The universe signaled its approval by sending Mr. Blue Eyes to me at an airport. He was 29 and perhaps the sexiest man I'd ever kissed. Being with him convinced me, pretty decisively, that men were going to heal me, even though men had destroyed me many times before. I became the female incarnation of a divorced, clichéd older man: I bought a sports car, revamped my wardrobe, and took younger lovers. "I want five boyfriends," I told my best friend KC after that first tryst ended. "Sweet, cute, smart, nice. Enough that I won't get too attached to one." My message from the frontlines of divorce at 50 is that to restore your confidence as a woman, especially in the wake of a crushing breakup, try dating outside your comfort zone, expanding your dating pool to include partners you might never have considered before. It may not be the recipe for a lasting union, but in terms of rebuilding your self-esteem, it can work wonders.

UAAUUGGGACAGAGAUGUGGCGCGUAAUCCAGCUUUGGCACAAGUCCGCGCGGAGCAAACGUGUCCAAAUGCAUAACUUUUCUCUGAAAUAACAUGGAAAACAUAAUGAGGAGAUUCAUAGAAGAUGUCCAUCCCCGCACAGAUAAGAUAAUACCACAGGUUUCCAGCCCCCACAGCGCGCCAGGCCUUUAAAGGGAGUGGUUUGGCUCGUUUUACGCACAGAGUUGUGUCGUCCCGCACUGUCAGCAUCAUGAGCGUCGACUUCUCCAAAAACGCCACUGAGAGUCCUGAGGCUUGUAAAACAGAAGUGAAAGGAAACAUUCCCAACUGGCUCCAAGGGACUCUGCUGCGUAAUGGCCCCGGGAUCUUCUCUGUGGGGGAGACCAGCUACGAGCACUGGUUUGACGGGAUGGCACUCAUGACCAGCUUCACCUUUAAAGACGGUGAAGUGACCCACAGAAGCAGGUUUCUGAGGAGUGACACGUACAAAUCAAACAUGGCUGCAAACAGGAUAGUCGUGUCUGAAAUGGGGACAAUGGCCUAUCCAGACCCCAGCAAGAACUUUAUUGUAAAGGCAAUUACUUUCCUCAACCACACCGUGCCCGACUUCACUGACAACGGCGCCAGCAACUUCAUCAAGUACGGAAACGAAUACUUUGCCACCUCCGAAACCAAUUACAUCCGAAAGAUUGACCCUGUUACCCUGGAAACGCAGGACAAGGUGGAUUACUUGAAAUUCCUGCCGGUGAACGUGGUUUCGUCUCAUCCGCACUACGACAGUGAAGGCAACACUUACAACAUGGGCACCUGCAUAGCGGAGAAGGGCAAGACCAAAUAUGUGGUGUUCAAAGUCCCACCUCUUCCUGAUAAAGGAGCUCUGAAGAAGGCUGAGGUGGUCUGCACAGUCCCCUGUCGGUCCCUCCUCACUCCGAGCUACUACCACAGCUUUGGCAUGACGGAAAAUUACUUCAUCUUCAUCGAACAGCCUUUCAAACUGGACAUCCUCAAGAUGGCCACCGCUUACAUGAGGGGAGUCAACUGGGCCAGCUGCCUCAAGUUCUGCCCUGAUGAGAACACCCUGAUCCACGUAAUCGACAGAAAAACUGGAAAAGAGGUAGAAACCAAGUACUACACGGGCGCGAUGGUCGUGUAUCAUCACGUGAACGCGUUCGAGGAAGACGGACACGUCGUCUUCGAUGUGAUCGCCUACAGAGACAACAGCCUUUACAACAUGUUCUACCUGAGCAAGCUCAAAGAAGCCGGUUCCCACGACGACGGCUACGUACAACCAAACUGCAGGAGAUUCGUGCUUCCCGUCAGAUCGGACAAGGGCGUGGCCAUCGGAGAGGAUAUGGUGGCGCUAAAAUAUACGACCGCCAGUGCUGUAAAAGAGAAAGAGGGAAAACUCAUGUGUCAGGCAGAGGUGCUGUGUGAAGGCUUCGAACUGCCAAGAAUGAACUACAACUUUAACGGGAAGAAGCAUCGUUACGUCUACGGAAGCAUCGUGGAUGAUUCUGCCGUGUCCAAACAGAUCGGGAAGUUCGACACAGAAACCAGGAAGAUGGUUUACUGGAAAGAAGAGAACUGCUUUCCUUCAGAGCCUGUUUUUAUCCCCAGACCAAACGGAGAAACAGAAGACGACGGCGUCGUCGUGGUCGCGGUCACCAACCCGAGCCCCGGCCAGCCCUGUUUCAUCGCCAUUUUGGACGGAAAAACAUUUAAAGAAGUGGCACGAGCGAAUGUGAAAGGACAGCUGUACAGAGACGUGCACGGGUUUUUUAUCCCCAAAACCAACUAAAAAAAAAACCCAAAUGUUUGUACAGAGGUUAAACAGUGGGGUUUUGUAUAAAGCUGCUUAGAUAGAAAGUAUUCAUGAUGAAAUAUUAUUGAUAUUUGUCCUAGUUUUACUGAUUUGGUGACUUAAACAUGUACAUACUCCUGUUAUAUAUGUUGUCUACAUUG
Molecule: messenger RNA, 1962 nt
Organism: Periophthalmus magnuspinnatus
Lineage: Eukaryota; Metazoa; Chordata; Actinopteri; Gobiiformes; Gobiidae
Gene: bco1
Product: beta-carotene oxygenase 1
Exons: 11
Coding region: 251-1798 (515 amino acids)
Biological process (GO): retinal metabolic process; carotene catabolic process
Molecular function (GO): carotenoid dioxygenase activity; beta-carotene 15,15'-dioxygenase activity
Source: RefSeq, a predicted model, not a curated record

The first thing I noticed—and liked—about dating younger men is that they didn't want to marry me or make babies with me. And I didn't want that either. Frankly, I didn't even want them to spend the night. Since I'd been 11, I'd been taught to seek out and value men who wanted commitment. To my surprise, I found it refreshing, even more authentic, to be valued not for my potential as a mate, but instead for my body, intelligence, life-experience and sexuality.